Do Veterans Make Better Franchisees?
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It's 3 a.m. You're in a gas mask and protective gear, preparing to navigate through a mine field to liberate Kuwait. You haven't slept solidly for days, and now you're dealing with small-arms fire and mortars landing around you. You realize there's no way to proceed without heading into oncoming fire, maneuvering through the mine field, and preparing to face whatever surprises might await you on the other side.
It's 3 p.m. Your customer just called and chewed you out for an error your staff made, and he's threatening to turn you in to the Better Business Bureau if you don't refund his $15. One of your employees is 20 minutes late and before you can deal with that, your computer crashes--just as you had finished typing up the proposal that's due in an hour.
If you're reading this column, you can probably relate to at least one of these situations, but can you imagine going through both in the space of a few months? Kinda puts things in perspective, doesn't it? As a veteran and a business owner, I've lived through both of these scenarios, and given a choice to relive one or the other, I'd take the second one any day--and twice on Sundays.
According to the SBA, more than 14 percent of businesses in America are owned by veterans. As a veteran of the Marine Corps, I came to realize my character was cast fairly early. For many people, the military is a natural fit; they love the esprit de corps, the chain of command and the tough love that makes you earn everything you get. The question is, when military life ends, do these traits translate into the business world?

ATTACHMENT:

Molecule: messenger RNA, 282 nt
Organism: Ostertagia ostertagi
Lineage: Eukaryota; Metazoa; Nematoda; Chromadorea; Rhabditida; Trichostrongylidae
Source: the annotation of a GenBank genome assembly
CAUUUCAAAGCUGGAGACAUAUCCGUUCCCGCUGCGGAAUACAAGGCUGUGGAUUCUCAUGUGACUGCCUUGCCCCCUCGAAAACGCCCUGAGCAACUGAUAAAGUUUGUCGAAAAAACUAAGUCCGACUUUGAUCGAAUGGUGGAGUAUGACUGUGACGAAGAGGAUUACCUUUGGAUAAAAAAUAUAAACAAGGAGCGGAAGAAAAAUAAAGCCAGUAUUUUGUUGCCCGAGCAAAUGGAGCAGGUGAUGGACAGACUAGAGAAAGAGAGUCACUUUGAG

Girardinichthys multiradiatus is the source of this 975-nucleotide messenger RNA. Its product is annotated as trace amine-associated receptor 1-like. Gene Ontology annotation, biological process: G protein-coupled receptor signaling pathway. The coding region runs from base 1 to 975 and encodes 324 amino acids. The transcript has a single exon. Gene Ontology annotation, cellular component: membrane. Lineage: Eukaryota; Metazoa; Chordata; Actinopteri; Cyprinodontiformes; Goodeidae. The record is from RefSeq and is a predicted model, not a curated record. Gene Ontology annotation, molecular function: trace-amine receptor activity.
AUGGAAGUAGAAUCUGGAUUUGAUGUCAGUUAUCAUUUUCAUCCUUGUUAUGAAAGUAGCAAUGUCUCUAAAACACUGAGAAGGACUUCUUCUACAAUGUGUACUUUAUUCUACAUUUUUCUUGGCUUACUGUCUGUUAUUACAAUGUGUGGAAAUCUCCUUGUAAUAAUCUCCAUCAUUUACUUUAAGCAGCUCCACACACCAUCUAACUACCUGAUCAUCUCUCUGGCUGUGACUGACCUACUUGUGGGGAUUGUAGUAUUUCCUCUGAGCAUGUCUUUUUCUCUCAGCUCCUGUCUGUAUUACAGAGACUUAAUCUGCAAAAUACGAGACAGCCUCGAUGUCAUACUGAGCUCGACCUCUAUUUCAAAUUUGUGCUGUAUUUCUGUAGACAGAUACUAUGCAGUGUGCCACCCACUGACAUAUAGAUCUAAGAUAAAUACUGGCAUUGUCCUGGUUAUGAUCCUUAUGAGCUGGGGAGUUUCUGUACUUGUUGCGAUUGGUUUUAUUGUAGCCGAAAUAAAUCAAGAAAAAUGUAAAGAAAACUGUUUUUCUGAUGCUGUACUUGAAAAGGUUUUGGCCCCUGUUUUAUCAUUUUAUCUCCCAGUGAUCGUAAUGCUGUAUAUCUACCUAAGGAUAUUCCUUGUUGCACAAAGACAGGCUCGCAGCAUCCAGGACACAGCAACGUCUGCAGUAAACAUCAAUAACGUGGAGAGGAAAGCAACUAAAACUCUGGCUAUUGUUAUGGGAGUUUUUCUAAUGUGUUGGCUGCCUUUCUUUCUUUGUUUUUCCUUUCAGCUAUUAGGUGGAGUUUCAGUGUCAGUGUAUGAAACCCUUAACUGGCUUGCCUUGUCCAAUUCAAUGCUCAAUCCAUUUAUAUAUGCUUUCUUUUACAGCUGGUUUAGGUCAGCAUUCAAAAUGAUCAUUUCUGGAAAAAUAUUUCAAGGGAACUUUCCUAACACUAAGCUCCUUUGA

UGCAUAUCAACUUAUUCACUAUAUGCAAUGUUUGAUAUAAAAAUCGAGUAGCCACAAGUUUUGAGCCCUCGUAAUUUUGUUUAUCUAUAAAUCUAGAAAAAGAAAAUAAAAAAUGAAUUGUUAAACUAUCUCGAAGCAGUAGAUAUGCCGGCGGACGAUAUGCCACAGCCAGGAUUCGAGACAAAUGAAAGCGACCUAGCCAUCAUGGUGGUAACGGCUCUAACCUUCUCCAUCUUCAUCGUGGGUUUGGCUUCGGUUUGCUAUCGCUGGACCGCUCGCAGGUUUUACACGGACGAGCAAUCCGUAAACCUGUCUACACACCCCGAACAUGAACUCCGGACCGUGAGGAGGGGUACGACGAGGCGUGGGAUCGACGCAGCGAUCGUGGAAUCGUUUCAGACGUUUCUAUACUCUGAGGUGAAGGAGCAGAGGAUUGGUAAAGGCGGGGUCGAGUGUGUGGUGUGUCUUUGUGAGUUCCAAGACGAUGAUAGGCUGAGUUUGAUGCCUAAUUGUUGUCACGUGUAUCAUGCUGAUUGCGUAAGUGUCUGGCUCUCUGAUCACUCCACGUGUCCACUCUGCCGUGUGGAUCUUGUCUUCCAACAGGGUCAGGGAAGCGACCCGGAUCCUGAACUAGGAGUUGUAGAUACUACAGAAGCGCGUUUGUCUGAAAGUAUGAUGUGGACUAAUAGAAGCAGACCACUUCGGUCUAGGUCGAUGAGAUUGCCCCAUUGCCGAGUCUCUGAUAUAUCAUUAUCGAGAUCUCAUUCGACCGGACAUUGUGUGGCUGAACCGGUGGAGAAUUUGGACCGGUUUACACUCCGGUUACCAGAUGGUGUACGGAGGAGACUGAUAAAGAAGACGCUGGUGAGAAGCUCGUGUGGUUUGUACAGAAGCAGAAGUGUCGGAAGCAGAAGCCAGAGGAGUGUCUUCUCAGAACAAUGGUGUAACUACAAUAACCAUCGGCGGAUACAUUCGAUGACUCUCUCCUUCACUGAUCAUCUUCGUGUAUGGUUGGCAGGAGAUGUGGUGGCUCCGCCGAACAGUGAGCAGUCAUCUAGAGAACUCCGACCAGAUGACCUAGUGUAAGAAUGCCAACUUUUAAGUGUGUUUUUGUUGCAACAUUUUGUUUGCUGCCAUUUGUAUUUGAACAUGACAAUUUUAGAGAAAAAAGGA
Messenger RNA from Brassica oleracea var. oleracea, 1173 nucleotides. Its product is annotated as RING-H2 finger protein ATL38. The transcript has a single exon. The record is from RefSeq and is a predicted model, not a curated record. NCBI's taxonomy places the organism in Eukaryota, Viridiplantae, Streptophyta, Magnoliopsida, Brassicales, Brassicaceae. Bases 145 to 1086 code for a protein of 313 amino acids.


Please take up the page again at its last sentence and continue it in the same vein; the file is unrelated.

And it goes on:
There's an old joke that an entrepreneur is too much of a pain in the butt to work for anyone else. And that may in fact be true for some, but not for franchisees. A good franchisee is someone who is willing to operate within the guidelines of the established business model, someone who won't stray too far outside the proverbial box but is also effective at leading a team and making the right decisions to further their business.
So, does being a veteran make you better prepared and equipped to be franchisee? In order to answer that question, let's look at some of the qualities that do:
Decisiveness: Business owners must not only wear many hats, they also have to fund those hats. Decisions constantly need to be made, and many times you don't have the luxury of time to digest all the information. Your staff looks to you to be firm in your decisions and provide the resources necessary to accomplish the objective set forth.
Veteran business owners know how to think on their feet and trust their instincts. They're also trained to adapt to the conditions around them, so making a decision--even a wrong one--allows them to adjust rapidly if necessary.